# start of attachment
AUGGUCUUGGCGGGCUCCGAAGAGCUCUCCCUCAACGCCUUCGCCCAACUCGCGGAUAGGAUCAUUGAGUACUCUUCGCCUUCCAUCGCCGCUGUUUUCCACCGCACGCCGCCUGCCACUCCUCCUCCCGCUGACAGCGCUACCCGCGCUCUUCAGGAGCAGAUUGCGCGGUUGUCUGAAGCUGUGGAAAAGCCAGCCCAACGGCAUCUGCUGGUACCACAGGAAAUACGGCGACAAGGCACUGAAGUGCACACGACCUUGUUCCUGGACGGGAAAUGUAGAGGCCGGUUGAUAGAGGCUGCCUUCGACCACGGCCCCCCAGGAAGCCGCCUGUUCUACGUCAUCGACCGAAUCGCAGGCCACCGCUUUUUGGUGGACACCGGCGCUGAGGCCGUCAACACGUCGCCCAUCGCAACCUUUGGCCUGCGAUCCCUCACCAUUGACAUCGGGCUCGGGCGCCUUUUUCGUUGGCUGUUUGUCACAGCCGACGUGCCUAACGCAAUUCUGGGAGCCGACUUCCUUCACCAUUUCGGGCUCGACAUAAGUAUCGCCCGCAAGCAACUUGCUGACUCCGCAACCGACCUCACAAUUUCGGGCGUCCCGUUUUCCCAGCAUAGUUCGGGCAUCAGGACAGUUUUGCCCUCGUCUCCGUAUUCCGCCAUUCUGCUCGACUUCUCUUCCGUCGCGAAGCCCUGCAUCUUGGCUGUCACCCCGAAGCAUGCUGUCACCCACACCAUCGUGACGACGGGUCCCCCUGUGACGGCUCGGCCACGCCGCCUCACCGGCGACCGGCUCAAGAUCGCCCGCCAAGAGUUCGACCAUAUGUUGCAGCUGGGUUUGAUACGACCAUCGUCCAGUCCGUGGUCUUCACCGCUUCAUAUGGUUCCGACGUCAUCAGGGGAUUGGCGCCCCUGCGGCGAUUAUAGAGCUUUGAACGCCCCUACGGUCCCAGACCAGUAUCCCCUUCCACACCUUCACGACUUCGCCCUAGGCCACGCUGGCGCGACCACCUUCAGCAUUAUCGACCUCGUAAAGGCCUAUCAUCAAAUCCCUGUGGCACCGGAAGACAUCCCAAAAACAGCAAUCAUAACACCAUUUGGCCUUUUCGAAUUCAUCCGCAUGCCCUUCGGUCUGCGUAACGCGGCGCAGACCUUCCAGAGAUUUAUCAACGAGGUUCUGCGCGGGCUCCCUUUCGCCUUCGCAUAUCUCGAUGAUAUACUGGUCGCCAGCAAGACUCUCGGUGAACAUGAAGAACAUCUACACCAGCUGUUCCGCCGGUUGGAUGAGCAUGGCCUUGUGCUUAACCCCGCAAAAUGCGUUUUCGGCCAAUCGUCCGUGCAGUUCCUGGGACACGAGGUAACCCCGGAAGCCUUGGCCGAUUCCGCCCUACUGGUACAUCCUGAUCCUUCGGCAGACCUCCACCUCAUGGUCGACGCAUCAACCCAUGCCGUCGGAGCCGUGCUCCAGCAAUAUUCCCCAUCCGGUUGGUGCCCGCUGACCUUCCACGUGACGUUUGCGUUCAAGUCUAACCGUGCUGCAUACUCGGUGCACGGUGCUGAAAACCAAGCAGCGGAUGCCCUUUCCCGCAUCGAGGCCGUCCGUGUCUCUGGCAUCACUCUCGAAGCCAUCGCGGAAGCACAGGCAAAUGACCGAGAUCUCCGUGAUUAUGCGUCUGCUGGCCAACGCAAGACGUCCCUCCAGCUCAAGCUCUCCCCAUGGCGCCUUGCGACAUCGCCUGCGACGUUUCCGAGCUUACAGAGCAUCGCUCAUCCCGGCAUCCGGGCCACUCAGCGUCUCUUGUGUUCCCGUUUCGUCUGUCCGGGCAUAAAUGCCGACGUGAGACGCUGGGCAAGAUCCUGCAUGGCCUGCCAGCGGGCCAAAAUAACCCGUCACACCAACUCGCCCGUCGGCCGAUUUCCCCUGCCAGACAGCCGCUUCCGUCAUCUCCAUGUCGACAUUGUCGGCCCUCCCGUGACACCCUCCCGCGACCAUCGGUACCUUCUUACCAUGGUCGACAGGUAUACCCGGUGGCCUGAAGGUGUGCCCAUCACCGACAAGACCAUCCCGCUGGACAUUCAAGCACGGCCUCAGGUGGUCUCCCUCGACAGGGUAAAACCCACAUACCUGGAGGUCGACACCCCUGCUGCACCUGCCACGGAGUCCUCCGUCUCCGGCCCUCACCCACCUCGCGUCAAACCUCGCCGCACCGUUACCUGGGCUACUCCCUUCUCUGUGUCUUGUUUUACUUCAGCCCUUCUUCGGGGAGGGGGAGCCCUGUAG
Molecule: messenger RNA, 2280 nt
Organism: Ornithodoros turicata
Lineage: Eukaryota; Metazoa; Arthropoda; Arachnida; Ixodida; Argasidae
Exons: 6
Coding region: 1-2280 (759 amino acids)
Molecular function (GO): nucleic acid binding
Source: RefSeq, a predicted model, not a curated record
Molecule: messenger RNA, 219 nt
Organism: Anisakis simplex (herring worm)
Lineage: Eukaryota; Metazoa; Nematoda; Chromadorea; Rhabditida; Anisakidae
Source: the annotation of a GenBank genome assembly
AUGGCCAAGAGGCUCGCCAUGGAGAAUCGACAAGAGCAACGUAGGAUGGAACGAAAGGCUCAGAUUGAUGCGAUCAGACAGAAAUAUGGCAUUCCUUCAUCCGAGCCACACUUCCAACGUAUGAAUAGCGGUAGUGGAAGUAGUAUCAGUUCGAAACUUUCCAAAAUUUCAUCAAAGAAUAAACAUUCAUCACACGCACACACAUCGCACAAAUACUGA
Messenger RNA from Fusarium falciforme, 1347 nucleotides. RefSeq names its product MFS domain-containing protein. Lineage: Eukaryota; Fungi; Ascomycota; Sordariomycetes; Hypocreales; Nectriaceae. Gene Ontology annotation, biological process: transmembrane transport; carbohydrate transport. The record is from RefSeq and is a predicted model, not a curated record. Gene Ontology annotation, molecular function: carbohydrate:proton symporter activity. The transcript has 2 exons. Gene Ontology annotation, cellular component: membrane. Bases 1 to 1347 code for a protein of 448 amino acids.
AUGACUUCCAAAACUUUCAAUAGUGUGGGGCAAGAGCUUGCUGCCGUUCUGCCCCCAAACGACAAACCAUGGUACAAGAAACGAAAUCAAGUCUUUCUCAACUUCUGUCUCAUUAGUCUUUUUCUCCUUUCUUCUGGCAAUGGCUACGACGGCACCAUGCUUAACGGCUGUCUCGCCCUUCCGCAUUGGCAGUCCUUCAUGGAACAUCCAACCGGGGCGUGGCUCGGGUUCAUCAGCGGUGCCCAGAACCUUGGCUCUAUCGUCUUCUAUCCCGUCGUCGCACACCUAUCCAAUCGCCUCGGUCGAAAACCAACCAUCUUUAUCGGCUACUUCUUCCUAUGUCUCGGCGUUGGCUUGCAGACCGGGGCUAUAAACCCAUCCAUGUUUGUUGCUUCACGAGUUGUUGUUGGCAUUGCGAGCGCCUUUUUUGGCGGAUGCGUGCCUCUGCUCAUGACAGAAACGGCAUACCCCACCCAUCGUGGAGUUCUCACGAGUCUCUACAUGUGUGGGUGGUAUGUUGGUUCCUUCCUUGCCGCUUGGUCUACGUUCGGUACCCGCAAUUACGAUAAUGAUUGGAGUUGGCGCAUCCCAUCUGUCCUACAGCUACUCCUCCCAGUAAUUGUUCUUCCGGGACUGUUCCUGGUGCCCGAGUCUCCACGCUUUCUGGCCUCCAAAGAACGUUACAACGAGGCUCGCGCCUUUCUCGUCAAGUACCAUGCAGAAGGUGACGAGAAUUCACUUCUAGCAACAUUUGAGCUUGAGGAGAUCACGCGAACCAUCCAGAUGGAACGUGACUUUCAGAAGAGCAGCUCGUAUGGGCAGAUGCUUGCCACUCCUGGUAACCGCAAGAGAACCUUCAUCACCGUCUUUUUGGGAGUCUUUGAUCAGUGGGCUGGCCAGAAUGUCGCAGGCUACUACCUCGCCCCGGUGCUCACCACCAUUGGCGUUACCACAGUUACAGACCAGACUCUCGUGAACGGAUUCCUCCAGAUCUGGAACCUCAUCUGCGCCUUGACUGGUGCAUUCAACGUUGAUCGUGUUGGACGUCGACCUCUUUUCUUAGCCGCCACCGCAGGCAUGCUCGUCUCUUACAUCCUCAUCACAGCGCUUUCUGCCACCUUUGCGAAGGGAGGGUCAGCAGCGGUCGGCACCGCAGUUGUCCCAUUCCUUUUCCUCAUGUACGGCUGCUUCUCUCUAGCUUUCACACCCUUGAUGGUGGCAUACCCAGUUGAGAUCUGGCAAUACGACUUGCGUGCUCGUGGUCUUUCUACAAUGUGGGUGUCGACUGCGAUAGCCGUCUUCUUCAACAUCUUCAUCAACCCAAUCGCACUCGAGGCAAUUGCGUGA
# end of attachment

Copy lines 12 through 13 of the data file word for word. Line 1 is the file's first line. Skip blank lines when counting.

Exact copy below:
Source: the annotation of a GenBank genome assembly
AUGGCCAAGAGGCUCGCCAUGGAGAAUCGACAAGAGCAACGUAGGAUGGAACGAAAGGCUCAGAUUGAUGCGAUCAGACAGAAAUAUGGCAUUCCUUCAUCCGAGCCACACUUCCAACGUAUGAAUAGCGGUAGUGGAAGUAGUAUCAGUUCGAAACUUUCCAAAAUUUCAUCAAAGAAUAAACAUUCAUCACACGCACACACAUCGCACAAAUACUGA